Will Nordstrom succeed in Canada? – It’s all about becoming a destination
While it’s true that the cross border shopping experience is an integral part of Canadians love affair with U.S. retailers, U.S. retailers need to create this sense of adventure at their Canadian stores. The challenge is to create an experience that will sway Canadians to part with their hard earned dollars. For Nordstrom, are things like exceptional customer service, always in stock top name brands, restaurants and cocktail lounges going to be enough for them to succeed or will it take something more?
Would Target really have been a success in Canada if they had offered the same products as they do in the U.S. and had them in stock at a competitive price? Could it be that the only reason we shopped at Target in the first place (before they came to Canada) was the excitement of cross border shopping and that that customer experience is impossible to replicate? Let’s face it; if you’re going to drive two hours with friends over the border to go shopping, chances are you’re not going to arrive home empty handed. But putting Target right in our own backyard takes the fun out of it. Who wants to drive into the same parking lot where there used to be a Zellers only to get out of the car and see the sign has changed to a red target? Similarly, will Nordstrom have the same problem… just like the Target cross border shopping trend, Canadians first exposure to Nordstrom was Vancouver shoppers driving over the border to the Seattle location. Will Nordstrom be able to replace the excitement of that cross border shopping experience with a better in store experience at the Vancouver store?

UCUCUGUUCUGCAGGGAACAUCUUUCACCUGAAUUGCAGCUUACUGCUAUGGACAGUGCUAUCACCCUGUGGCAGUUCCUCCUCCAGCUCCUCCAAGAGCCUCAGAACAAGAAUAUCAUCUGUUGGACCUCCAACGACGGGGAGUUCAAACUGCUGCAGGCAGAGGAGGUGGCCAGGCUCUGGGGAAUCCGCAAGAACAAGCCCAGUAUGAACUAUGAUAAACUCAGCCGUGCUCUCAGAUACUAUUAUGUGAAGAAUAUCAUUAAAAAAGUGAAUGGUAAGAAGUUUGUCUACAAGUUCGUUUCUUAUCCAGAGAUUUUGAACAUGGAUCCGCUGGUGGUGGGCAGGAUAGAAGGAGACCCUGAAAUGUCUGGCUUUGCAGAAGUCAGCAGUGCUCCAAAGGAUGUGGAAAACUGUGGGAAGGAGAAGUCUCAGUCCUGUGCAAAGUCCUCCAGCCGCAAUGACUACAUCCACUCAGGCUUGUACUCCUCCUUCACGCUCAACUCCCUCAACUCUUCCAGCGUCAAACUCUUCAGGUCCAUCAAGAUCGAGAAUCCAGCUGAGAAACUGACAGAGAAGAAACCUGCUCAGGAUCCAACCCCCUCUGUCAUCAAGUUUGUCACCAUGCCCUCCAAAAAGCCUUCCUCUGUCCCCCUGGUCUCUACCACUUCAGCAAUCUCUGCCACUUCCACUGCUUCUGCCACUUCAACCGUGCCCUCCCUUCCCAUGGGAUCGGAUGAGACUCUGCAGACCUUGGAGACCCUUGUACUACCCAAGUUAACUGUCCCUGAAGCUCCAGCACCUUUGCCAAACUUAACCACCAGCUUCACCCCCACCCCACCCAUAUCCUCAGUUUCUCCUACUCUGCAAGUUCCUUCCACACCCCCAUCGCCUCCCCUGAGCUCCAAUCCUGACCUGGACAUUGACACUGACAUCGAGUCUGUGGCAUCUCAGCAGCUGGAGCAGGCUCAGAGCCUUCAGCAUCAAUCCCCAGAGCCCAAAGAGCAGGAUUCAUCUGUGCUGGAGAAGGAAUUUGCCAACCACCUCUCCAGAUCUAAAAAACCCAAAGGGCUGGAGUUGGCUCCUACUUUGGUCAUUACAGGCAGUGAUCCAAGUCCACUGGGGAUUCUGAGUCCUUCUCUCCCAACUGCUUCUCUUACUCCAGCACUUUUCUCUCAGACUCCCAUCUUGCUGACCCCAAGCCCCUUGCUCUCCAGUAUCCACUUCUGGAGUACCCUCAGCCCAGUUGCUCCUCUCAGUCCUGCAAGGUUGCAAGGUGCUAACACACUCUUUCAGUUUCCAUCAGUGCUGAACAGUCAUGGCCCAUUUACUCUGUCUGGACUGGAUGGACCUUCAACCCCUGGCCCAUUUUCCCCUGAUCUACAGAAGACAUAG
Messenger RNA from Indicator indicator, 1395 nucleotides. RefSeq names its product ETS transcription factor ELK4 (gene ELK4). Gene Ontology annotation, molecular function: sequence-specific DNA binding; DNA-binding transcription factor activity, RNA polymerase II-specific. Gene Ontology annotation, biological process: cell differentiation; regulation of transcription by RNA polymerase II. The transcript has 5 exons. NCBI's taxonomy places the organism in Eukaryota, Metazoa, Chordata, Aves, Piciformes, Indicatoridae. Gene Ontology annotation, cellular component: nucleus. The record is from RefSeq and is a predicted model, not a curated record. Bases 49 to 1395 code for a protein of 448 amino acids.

So far Nordstrom has done a pretty good job of making sure their Canadian stores will deliver the same experience shoppers get south of the border. They are well positioned not to make the same mistakes Target did, launching much more slowly, rolling out one store at a time, making sure they get it right as they go. Over a two year period, they have stores in Calgary, Ottawa, Vancouver and now Toronto. Target tried to launch 133 stores across Canada in 6 months. Staff is trained months in advance of Nordstrom store openings. Target hastily hired staff giving them little or no training.
Nordstrom has exposure to high end MVP real estate (Toronto Eaton Centre, Ottawa Rideau Centre) making it more attractive for customers to visit, unlike Target that simply tried to take over dated Zellers outlets. No matter how much Target tried to change the physical appearance of their stores, you still felt like you were walking into a Zellers.
Nordstrom also plans to offer the same merchandise in Canada as they do in the U.S., something Target failed to do because of supply chain and inventory software management issues. They will also have less competition in Canada than Target did because they are not a discount store. Pricing won’t be as big an issue because Nordstrom has more private label, narrowly distributed brands that are less subject to priced comparison. In order to get product into as many stores as fast as possible, Target was forced to carry many brands that other retailers (Walmart) already had. Nordstrom also has much more experience with ecommerce than Target did and their online presence integrates well with their in store purchasing process. They are also going to offer a better customer experience than Target did: A restaurant, cocktail lounges, kid’s playgrounds, a concierge service, personal stylist and personal shopper just to name a few.